GREEN BAY — Aaron Rodgers remembers “Run the Table,” too. He remembers taking stock of where his sub-.500 team stood with six games left in the 2016 regular season, remembers looking at what he thought was a favorable schedule, remembers basically willing the Green Bay Packers to a berth in the NFC Championship Game with one of the greatest stretches of quarterbacking the NFL has seen in the Super Bowl era.
“Yeah, I remember everybody was counting us out, and I made some comments during the week,” Rodgers recalled Tuesday afternoon in advance of Thursday night’s Week 4 game against the Philadelphia Eagles at Lambeau Field. Later, he added, “That started some really nice wins.”
And some all-time great quarterback play. During the Packers’ eight-game winning streak, which included an NFC Divisional Playoff victory over the Dallas Cowboys on the road, Rodgers carried his team. He completed 195 of 283 passes (68.9 percent) for 2,384 yards with 21 touchdowns and only one interception (117.9 rating) before the Packers lost to the Atlanta Falcons one victory shy of their second Super Bowl berth of Rodgers’ career.
During the Packers’ 3-0 start this season, Rodgers’ numbers in first-year coach Matt LaFleur’s new system aren’t nearly as impressive — and the Packers haven’t needed him to be.
He’s completed 57 of 93 passes (61.3 percent) for 647 yards with four touchdowns and no interceptions (96.5 rating). Although he’s made a handful of spectacular throws, Rodgers has largely been tasked with avoiding turnovers (which he’s always done), making sure he throws the ball away when there’s nothing there (which he got a lot of practice at doing last season) and transmitting the call from LaFleur to the huddle more expeditiously than he did in the opener (which he’s been better about the past two weeks).
Coupled with a defense that’s played lights-out in the first three weeks, that’s been enough to get the Packers to 3-0, even though their offense ranks just 28th in total offense (286.7 yards per game) and tied for 23rd in scoring offense (19.3 points per game). The defense enters Thursday night ranked 13th in total defense (328.3 yards per game) and second in scoring defense (11.7 points per game).
With eight takeaways on defense, the Packers also are leading the NFL in that department. And because the offense has given the ball away just twice, Green Bay also is tops in the league in turnover differential (plus-6).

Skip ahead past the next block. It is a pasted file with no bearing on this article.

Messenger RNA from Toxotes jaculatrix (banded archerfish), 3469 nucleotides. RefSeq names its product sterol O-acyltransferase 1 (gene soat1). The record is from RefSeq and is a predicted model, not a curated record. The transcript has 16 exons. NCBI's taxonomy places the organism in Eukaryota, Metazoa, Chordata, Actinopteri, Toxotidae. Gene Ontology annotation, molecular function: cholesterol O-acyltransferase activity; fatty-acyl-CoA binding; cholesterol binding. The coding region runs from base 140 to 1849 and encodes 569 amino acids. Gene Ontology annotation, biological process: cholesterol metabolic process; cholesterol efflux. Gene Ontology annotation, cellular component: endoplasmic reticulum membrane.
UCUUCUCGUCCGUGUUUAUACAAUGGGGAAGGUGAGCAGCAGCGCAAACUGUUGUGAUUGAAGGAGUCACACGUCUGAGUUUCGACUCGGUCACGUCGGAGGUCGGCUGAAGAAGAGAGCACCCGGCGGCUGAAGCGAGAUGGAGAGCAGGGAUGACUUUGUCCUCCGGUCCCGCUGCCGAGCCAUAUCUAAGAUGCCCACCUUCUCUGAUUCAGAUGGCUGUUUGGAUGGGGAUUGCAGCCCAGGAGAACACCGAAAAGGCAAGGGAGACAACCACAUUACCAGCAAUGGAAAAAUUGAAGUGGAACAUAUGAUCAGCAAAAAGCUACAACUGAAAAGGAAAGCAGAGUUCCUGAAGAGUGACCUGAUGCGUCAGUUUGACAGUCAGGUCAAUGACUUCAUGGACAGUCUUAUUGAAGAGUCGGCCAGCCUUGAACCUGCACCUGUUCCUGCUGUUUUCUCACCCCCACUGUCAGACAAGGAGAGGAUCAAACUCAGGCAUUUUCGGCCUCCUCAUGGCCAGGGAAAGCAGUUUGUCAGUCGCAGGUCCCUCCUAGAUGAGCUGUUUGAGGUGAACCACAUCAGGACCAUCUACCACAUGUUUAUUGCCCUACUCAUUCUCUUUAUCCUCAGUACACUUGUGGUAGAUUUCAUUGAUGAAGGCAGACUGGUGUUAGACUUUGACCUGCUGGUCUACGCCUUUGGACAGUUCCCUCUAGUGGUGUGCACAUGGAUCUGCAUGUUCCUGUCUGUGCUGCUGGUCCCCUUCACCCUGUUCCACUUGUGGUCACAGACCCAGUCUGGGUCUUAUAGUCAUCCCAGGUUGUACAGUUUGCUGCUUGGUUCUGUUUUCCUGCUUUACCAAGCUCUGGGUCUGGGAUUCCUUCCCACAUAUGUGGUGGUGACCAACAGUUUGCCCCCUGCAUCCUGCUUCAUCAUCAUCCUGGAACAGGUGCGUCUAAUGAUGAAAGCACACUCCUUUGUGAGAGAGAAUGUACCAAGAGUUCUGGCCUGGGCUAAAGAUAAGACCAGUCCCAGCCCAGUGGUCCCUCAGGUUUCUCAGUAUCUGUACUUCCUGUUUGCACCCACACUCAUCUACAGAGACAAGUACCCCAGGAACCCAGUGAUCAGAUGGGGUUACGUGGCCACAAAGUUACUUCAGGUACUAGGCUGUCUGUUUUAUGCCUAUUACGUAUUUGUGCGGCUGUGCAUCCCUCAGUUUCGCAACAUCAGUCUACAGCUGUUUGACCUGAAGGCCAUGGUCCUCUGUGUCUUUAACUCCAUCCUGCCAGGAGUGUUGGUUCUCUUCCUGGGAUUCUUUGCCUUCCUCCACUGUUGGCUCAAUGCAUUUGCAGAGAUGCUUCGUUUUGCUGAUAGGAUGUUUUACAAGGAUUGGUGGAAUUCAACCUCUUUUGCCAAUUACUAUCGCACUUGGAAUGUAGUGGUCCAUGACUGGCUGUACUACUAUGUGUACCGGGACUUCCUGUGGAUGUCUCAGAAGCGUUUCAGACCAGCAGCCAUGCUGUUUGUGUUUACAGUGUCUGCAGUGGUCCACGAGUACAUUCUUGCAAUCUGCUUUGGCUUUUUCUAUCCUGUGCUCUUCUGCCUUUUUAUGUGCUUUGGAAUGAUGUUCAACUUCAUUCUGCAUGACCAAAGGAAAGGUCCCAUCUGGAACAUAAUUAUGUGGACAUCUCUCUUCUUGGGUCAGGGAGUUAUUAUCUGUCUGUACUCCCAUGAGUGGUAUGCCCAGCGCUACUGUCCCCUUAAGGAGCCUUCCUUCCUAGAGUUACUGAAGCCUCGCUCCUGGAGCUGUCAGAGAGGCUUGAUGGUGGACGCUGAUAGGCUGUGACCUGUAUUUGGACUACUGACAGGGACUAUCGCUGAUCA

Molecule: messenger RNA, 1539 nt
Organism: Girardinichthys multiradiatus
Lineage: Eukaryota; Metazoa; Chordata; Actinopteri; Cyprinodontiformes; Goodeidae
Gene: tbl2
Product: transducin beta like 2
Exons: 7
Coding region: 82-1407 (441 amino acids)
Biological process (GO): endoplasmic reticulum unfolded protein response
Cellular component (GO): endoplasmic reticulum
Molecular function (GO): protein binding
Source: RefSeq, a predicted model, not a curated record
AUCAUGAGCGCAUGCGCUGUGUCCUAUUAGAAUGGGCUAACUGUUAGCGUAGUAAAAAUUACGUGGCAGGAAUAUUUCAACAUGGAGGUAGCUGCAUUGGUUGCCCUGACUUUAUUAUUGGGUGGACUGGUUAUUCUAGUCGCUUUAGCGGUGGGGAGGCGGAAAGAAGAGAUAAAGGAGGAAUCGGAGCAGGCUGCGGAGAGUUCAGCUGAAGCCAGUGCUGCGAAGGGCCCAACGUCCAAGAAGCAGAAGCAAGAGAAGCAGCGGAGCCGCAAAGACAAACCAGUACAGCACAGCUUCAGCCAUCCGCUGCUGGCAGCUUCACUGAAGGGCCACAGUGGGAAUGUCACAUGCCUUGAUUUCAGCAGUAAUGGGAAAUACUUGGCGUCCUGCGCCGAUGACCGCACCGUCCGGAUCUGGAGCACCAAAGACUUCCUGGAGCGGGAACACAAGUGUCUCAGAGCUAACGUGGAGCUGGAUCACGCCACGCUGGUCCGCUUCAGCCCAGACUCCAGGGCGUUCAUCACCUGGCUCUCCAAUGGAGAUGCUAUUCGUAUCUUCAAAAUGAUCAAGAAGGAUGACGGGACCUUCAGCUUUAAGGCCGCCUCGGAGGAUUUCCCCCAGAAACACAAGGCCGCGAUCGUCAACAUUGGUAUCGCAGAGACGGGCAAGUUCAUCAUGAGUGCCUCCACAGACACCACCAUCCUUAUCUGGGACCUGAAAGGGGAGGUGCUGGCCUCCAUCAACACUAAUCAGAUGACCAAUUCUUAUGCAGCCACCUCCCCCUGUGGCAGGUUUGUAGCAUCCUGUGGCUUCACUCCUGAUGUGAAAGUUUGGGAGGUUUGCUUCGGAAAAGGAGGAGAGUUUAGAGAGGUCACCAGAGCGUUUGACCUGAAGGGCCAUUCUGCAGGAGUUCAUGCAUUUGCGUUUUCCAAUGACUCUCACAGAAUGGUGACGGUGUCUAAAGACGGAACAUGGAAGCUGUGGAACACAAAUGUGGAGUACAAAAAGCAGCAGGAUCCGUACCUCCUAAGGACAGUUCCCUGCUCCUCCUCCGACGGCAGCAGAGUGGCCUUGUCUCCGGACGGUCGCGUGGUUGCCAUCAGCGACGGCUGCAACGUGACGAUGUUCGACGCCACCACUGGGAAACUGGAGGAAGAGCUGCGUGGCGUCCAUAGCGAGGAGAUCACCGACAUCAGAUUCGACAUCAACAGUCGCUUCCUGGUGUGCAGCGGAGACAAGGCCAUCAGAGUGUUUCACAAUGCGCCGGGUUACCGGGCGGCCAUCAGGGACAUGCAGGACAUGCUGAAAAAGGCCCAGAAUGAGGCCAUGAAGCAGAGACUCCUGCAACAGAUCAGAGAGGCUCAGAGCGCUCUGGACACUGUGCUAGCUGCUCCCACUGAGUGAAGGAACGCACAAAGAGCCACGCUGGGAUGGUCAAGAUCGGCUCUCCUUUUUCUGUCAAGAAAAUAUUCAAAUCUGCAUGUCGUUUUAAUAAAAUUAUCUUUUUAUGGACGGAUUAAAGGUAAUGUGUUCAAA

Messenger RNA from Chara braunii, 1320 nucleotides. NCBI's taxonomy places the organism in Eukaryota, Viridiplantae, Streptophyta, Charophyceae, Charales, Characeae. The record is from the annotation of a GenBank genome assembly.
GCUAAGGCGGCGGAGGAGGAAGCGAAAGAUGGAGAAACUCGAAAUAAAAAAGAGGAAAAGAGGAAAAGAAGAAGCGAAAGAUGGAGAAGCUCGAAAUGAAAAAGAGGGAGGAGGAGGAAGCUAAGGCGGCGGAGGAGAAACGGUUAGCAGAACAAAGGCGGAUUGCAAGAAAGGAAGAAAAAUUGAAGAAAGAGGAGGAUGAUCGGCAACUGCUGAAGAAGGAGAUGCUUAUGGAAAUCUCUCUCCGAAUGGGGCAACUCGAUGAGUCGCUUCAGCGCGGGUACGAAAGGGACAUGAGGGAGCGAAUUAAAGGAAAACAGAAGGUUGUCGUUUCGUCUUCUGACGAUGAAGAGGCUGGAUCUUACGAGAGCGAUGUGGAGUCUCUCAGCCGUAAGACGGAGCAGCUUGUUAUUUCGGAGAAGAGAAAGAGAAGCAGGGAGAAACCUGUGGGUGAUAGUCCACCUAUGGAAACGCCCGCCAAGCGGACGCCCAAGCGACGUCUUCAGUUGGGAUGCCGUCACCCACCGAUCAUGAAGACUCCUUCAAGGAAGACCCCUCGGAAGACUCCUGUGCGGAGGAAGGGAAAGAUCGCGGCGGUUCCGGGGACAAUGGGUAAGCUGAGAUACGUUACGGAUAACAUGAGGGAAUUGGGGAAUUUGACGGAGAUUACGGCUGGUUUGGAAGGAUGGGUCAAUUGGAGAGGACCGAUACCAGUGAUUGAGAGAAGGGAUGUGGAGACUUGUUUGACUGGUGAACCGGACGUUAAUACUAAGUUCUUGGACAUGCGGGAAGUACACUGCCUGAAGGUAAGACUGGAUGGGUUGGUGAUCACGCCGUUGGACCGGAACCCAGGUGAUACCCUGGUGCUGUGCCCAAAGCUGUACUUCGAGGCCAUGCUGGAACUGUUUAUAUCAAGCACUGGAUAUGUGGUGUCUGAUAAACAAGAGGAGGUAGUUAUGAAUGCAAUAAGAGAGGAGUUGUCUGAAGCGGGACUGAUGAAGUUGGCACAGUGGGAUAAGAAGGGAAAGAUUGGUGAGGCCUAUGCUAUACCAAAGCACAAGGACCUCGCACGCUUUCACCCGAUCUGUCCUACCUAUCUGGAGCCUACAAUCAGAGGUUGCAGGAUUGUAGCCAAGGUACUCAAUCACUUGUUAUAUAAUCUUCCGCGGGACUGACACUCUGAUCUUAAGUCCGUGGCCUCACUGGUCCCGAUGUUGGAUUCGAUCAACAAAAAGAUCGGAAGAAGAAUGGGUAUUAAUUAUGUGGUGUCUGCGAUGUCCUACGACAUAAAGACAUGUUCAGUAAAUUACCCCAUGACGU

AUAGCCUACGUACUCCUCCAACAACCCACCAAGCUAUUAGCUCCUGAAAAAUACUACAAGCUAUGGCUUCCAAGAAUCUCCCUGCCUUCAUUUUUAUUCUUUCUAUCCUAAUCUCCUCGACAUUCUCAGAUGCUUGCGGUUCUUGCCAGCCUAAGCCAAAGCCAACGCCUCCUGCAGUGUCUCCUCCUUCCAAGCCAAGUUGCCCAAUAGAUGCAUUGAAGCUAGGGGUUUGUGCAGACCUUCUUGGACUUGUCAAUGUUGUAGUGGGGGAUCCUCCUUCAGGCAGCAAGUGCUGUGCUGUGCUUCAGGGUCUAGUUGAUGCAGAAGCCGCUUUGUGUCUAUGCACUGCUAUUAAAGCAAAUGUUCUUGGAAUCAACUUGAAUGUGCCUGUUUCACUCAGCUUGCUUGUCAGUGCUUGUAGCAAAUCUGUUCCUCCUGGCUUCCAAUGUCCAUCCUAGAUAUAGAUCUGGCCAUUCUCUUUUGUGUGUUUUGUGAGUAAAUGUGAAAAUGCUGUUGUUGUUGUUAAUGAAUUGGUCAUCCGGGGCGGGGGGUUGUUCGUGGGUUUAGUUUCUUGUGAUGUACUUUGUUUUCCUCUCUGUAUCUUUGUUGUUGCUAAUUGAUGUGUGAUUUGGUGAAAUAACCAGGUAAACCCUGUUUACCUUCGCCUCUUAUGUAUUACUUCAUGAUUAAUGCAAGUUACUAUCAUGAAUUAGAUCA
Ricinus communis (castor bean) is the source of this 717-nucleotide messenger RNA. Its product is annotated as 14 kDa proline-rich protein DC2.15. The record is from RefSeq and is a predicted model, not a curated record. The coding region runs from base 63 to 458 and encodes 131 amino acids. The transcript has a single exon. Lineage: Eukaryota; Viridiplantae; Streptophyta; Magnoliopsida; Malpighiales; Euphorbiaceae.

But Rodgers made it clear after Sunday’s 27-16 victory over the Denver Broncos that he takes no joy in having the defense carry the offense and he wasn’t particularly enamored with the suggestion Tuesday he’s essentially been a “game manager” during the first three weeks.
“Well, we’ve never wanted to just manage the football game around here,” Rodgers said during his weekly session with reporters at his locker. “The standards are very high for us. We’ve got to play a lot better on offense. We’ve played some good defenses, no doubt about it, but the standard and expectations are very high here, and we haven’t met them on offense.
“Thankfully, our defense has not only been opportunistic but stout, holding them to field goals in the red zone, taking the ball away, putting us in good field position. It’s time for us to do our part on offense.”
For his part, LaFleur reiterated his belief Tuesday the offense isn’t that far off from what it needs to be, though he acknowledged yet again its third-down ineptitude — the Packers are just 9 of 36 (25 percent) on third down this season, 28th out of 32 teams) — must end.
“I thought we did a lot of good things (against Denver), but it just kind of left everybody with a sour taste in their mouth,” LaFleur sad. “There were a couple drives in the second half that didn’t go as well. Shoot, the goal is to score every drive, right? And when you don’t do that, you know that there’s more out there for you. We’re not satisfied, but we’re going to keep working.“
There’s also the matter of the challenges that lie ahead for the Packers defense. The Eagles’ 1-2 record is a bit deceiving, following back-to-back one-score losses to Atlanta (24-20) and Detroit (27-24) the past two weeks. The Eagles were in position to win both games late, and coach Doug Pederson acknowledged Tuesday his team was a couple of dropped passes away from a 3-0 start of its own. Despite their struggles, the Eagles enter Thursday night 13th in total offense (365.0 yards per game) and ninth in scoring offense (25.3 points per game).
After the Eagles, the Packers play one of the league’s top offensive teams in the Cowboys (third in yardage, fourth in scoring) on the road. Then, after facing the Lions and Oakland Raiders at home, they’ll kick off what appears to be the most challenging four-game stretch of their schedule: at the Kansas City Chiefs (second in yards, third in scoring); at the Los Angeles Chargers (fifth in yards but 21st in scoring); at home against the Carolina Panthers (11th in yards, sixth in scoring); and at the San Francisco 49ers (fourth in yards, fifth in scoring).
And that’ll be the time the Packers will need Rodgers to be Rodgers, not just a game manager. He’d rather not wait another week, though.
“Moving forward, we’re going to play a stretch of really good football teams. At some point, we can’t expect our defense to shut everybody down,” Rodgers said. “They have been but, at some point, the offense is going to have to wake up and start making some plays.
“At 3-0, we feel great about where we’re at. It’s exciting. It hasn’t happened in a few years. We’ve beaten three good football teams. We’ve got a great opportunity in front of us to go 4-0 and get a little bit of rest. We’re feeling good about where we’re at. But offensively, we’d like to be feeling a little bit better.”